In the previous step, we have started the all-in-one Jaeger. You can see that there is only one service registered as jaeger-query on the UI. In this step, we are going to change the configuration of petstore to enable jaeger-tracing.
First, let’s make sure that the petstore application is working in the light-example-4j. If you haven’t checked out the light-example-4j, please do so.
git clone https://github.com/networknt/light-example-4j.git
mvn clean install exec:exec
The server should be up and running now. Let’s issue a curl command to test it.
Next, we will create a config folder in light-config-test to add tracing to the application. Before doing that, we need to build a fatjar for petstore-jaeger so that we can start the server with java -jar -Dlight-4j-config-dir=
To speed up the development cycle, all generated light-4j projects will only be built into a samll jar that can be started with exec:exec target in Maven. This is to avoid building source.jar doc.jar and fatjar which takes a lot of time during active development. When you need to build a fatjar, you can use the release profile.
mvn clean install -Prelease
Now you should find a fatjar about 12MB in the target folder called petstore-3.0.1.jar
Next, we are going to create a config folder for petstore-jaeger to replace traceability and correlation with jaeger-tracing cross-cutting concerns in handler.yml and update service.yml to add JaegerStartupHookProvider.
If you haven’t checked out light-config-test repo, you can do it now.
git clone https://github.com/networknt/light-config-test.git
You can find the config files in ~/networknt/light-config-test/light-example-4j/rest/openapi/petstore-jaeger/config
The handler.yml is copied from the petstore-jaeger /src/main/resources/config folder and we have made the following modifications.
In the handlers section, we have commented out the traceability and correlation handlers and added jaeger handler.
In the default chain section, we commented out the traceability and correlation and added jaeger.
# - traceability
# - correlation
The service.yml is copied as well. And we have added the following section.
# StartupHookProvider implementations, there are one to many and they are called in the same sequence defined.
# If you are using mask module to remove sensitive info before logging, uncomment the following line.
This will ensure that the Jaeger trace is initialized during server startup.
This is a new configuration file we added to control how jaeger-tracing module works.
# Jaeger tracing implementation for the startup hook and handlers
# Indicate if the Jaeger tracing is enable or not.
# Sampler configuration https://github.com/jaegertracing/jaeger-client-java
type: const # can either be const, probabilistic, or ratelimiting
param: 1 # can either be an integer, a double, or an integer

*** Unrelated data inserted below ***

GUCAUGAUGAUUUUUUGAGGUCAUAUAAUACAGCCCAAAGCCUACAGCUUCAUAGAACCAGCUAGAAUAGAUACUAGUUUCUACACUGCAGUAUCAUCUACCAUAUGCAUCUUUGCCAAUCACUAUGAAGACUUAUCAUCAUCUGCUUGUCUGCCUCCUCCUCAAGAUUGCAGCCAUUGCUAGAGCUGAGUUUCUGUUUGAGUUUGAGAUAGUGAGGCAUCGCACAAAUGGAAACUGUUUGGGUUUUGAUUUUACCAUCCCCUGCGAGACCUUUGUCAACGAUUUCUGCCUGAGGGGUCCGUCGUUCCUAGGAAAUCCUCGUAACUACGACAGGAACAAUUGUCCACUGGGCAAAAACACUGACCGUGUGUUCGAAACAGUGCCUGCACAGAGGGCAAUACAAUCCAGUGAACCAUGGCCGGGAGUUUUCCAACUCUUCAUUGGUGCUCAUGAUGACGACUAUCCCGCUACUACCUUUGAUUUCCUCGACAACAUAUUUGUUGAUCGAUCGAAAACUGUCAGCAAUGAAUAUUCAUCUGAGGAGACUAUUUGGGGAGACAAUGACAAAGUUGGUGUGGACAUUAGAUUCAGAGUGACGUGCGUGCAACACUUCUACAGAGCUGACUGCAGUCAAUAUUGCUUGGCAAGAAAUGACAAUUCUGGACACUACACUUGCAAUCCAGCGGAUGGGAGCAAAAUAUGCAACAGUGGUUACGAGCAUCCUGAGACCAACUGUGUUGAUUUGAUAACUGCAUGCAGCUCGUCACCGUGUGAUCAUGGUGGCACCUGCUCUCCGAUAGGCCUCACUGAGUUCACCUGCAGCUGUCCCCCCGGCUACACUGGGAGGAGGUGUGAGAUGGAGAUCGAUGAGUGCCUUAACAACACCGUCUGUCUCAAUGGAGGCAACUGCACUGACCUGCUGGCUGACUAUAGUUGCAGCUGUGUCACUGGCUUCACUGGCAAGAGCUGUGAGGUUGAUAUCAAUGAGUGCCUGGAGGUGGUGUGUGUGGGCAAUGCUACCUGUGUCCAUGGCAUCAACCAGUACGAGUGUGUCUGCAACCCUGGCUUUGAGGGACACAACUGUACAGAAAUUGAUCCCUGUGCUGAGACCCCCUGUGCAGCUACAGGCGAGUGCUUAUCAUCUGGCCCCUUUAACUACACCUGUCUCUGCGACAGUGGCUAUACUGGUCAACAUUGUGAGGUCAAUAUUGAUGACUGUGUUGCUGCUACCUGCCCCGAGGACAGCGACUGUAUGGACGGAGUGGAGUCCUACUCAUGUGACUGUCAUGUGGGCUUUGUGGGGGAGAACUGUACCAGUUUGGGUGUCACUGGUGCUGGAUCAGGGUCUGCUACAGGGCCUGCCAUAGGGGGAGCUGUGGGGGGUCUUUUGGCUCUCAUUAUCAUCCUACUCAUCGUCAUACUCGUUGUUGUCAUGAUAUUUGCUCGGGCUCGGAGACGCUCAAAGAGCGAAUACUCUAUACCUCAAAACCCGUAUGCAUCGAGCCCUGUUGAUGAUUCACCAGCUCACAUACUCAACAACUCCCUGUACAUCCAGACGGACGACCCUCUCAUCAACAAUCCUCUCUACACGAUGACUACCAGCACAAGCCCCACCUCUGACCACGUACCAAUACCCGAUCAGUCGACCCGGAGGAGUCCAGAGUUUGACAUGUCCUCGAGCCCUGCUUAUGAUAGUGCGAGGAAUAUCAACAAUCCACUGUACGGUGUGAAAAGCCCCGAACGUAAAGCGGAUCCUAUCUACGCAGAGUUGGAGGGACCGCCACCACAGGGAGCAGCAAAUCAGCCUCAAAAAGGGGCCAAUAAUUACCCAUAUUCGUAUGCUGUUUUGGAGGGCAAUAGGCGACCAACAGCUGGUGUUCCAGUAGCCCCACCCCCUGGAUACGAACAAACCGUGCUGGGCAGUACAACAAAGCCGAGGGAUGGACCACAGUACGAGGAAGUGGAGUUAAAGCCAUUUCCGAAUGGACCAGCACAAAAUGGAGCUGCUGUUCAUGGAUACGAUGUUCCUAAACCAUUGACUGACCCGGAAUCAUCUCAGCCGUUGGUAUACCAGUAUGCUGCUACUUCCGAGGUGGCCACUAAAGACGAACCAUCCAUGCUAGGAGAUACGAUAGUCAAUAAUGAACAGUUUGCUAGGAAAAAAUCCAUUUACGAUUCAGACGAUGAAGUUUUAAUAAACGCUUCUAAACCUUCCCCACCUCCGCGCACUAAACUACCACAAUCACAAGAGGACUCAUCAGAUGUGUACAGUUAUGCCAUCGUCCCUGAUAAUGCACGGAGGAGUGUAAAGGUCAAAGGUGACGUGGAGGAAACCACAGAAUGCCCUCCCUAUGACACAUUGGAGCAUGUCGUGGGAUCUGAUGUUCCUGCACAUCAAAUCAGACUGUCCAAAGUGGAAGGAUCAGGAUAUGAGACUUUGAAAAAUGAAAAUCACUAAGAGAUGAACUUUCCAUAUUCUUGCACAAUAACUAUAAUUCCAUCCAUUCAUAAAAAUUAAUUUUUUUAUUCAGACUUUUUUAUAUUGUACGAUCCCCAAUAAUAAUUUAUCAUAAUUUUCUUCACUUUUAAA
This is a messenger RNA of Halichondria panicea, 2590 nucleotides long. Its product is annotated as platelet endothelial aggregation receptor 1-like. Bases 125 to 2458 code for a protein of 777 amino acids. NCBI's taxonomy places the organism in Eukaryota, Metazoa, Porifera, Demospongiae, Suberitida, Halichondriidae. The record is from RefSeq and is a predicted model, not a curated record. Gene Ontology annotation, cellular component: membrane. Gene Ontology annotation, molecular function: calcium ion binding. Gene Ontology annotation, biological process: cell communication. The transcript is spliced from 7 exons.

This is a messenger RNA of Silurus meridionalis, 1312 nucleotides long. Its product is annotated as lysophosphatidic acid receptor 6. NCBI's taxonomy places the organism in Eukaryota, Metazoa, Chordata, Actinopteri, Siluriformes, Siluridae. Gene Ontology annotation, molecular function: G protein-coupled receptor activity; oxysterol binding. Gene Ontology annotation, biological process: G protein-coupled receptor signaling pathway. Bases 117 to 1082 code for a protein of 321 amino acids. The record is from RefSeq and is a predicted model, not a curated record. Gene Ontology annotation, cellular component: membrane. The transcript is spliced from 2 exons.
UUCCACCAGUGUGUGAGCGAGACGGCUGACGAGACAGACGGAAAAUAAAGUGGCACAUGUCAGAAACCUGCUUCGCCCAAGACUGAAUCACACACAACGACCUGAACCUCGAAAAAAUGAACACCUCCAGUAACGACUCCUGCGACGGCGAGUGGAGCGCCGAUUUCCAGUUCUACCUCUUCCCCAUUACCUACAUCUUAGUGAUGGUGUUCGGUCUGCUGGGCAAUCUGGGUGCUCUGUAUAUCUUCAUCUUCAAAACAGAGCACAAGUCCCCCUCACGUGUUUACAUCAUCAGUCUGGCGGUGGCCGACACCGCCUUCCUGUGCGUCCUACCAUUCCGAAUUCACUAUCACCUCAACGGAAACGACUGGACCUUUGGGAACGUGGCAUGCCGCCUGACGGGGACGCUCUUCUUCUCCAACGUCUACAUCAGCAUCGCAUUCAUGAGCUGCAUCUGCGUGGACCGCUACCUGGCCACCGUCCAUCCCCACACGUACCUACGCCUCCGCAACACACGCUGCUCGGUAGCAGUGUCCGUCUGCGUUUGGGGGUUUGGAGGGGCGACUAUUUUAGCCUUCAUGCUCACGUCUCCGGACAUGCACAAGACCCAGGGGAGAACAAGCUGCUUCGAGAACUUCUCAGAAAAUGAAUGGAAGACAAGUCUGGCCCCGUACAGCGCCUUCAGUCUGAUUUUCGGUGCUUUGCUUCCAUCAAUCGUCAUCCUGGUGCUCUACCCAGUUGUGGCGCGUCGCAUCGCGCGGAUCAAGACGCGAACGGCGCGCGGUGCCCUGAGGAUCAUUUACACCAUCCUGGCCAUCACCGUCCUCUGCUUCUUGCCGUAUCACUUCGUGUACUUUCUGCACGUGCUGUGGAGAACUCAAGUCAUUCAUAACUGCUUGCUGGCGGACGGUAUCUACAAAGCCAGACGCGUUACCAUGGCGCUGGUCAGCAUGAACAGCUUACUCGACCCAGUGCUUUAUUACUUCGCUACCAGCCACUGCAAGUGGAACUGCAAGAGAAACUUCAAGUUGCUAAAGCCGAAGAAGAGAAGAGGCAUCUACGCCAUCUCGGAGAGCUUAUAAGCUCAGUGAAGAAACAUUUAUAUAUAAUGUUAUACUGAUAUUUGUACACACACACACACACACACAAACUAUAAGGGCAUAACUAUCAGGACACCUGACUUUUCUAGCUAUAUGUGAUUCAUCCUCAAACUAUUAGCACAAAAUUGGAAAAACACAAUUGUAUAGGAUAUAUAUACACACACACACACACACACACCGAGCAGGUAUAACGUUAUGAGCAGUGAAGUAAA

Now, let’s start the server with externalized config folder.
java -jar -Dlight-4j-config-dir=light-config-test/light-example-4j/rest/openapi/petstore-jaeger/config light-example-4j/rest/openapi/petstore-jaeger/target/petstore-3.0.1.jar
Once the server is up and running, issue the following command again.
curl -k https://localhost:8443/v1/pets
Goto the Jaeger UI, you should find the trace for this request.
Until now, we have not touched any existing code in petstore-jaeger after copying it from the petstore project. The only file that we have updated in the folder is the pom.xml that we have added the jaeger-tracing module into the dependency.
From the above picture, you can see that the request trace is flat which means we have only one span per request. In this step, we are going to update the PetsGetHandler to add tracing to it.
As you can see that we get the trace object from the JaegerStartupHookProvider and create a span from the root span from the exchange attachment.
Now try the same curl command above and go the UI to explore the request. You now can see something like this.
This time, you can see the PetsGetHandler span is nested in the /v1/pets@GET span.
Most times, you are not going to put all your business login in the handleRequest but scatter the logic into several classes or methods. In this step, we are going to explore the call from the same thread of handlerRequest.
Let’s create another class to simulate the database call in the handler package.
When you access the server with the folllowing command.
curl -k https://localhost:8443/v1/pets/111
You got the trace like this.
Sometimes, we call another function in another thread, and the activeSpan in the ThreadLocal won’t work anymore. The best way is to set the active Span in Trace and then in the thread, create a child span based on it.
The other option is to use the Tracer in the JaegerStartupHookProvider to create new span as it is available all the time in the light-4j application.